Some time afterwards he returned to the shop, and addressed the worthy tradesman in words such as these : "Oh, Mr. — I have come to you again to ask you to pardon

—“ me for my neglect; I am so sorry that I forgot to shake hands with you, as I ought to have done upon meeting you for the first time after so long an absence, pray let me do so now." These kind words, and the simple, affectionate way in which they were spoken, have made a deep and lasting

a impression upon the honest tradesman to whom they were addressed.

By such means the holy man made himself beloved by those who

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were below him in social rank. In such endearing ways, he day by day practically impressed the heavenly lesson, “Thou shalt love thy neighbour as thyself.

One whose honoured name has already been mentioned in connexion with Mr. KEBLE, and who knew him as a close and dear friend for more than half a century, has publicly testified of him in these words: “Looking back through an intimacy unbroken, unchilled for more than fifty-five years, he seems to me now to have been at once the simplest, humblest, and most loving-hearted man, and withal the holiest and most zealous Christian, I have ever known."

Mr. KEBLE was not what the world would call an eloquent man, but whenever he had to address his parishioners he spoke to them in most telling words. Whether the occasion of his speaking were a harvest home, a tithe dinner, or a missionary meeting, there was about him the same simple earnestness of manner; although for the social gathering his mode of speaking would be combined with more of sprightliness then when he spoke on strictly religious subjects. His discourse was at all times such as seemed to demand and to gain the attention of his hearers. He would say much in few words, and in an unaffected manner.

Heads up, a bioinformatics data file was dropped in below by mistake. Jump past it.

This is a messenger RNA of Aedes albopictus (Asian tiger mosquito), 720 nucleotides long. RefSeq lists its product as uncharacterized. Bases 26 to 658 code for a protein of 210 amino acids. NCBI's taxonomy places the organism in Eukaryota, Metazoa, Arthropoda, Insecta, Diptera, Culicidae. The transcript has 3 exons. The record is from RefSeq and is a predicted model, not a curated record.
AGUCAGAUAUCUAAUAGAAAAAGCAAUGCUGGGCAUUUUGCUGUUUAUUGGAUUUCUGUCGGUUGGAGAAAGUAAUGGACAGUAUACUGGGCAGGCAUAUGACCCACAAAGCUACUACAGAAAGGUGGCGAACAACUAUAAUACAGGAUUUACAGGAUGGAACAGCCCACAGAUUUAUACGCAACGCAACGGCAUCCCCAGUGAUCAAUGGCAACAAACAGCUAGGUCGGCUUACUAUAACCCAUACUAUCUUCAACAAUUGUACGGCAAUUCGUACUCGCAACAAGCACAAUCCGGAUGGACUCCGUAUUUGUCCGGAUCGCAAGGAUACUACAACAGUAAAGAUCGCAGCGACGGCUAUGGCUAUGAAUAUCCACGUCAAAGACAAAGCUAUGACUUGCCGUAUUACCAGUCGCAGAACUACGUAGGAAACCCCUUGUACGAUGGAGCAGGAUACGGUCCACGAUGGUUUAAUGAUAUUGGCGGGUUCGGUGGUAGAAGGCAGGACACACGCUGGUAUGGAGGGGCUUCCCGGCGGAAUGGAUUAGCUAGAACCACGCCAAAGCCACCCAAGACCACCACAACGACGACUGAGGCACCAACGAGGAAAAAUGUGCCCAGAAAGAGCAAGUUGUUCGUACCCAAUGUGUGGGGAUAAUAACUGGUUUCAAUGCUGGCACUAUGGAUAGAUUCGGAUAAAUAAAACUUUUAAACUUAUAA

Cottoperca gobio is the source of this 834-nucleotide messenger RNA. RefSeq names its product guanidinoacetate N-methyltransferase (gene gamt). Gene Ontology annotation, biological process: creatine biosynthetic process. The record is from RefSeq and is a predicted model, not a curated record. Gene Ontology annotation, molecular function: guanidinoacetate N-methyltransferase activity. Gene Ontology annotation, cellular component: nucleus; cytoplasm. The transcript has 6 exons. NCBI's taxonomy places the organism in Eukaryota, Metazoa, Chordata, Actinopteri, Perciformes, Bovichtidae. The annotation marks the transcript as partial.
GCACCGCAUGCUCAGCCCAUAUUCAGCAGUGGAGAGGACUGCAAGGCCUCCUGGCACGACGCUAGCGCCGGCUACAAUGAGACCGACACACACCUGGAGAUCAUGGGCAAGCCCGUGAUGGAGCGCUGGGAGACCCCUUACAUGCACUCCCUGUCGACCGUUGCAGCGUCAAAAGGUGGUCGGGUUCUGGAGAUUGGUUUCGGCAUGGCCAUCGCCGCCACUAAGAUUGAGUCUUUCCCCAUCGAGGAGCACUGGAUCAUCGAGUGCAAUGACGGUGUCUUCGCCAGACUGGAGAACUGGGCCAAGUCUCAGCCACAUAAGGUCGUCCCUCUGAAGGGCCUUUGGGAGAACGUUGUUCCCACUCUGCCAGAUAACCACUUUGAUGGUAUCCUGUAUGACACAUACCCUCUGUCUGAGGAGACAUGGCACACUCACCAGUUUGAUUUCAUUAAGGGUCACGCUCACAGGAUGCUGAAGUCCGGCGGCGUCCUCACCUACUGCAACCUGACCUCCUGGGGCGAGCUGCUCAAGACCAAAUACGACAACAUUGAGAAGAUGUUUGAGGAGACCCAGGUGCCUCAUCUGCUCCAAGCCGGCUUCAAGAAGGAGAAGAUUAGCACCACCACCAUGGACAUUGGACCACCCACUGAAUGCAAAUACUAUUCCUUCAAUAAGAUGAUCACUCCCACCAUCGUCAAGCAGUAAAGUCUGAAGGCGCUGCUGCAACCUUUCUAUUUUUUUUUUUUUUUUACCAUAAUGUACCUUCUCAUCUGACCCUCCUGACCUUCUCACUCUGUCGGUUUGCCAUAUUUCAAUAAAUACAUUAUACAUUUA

One remarkable point in his character was the trouble that he would take for his friends, whether it were about important matters or even about things of little moment b.

When he was consulted about recreations on the Lord's day, and about the propriety of various kinds of amusements on other days, he would not absolutely and sternly set his face against such a thing, for instance, as cricket for poor lads on the Sunday, under certain conditions, nor against dancing in either the higher or lower orders; but he would point out that in all these things the main point should be to take care that the heart is fixed on God, and that amusements should not draw it off from God.

b As an instance of the former should be mentioned the two journeys which he took in winter, by second class railway carriage, to stand by his friend the Bishop of Brechin in his troubles : the latter were matters of every-day occurrence.

The following extract from Mr. KEBLE's Commonplace-book on the subject of the Christian Sabbath has already appeared in print in the “Guardian” newspaper :-“Sabbath.—Practical rule for those who do not think the fourth commandment literally binding on Christians : So far as you turn other days into Sunday, so far, and no farther, have you a right to turn Sunday into other days. Eusebius iv. 26. Melito, Bishop of Sardis (A.D. 161 and seq.), wrote a treatise tepi tas kuplakns.”—(8vo. ed. of Eusebius, p. 132.)

Mr. KEBLE's views on this subject may be gathered from a little book published by his sanction, called “Devotions for Holy Communion," (Parker, 1865,) the fifty-first page of which contains self-examination upon the fourth commandment.

For his own part, so much did he live above the world,-looking unto heaven as his home, and to God as his Father,—he was not fond of society. The formality of morning calls was distasteful to him; dinner parties interfered too much with his parish work and his studies, he seldom went to them; and he did not think it desirable for his curates to enter much into the common routine of fashionable life, even if it might have been within their reach, lest they should be drawn off from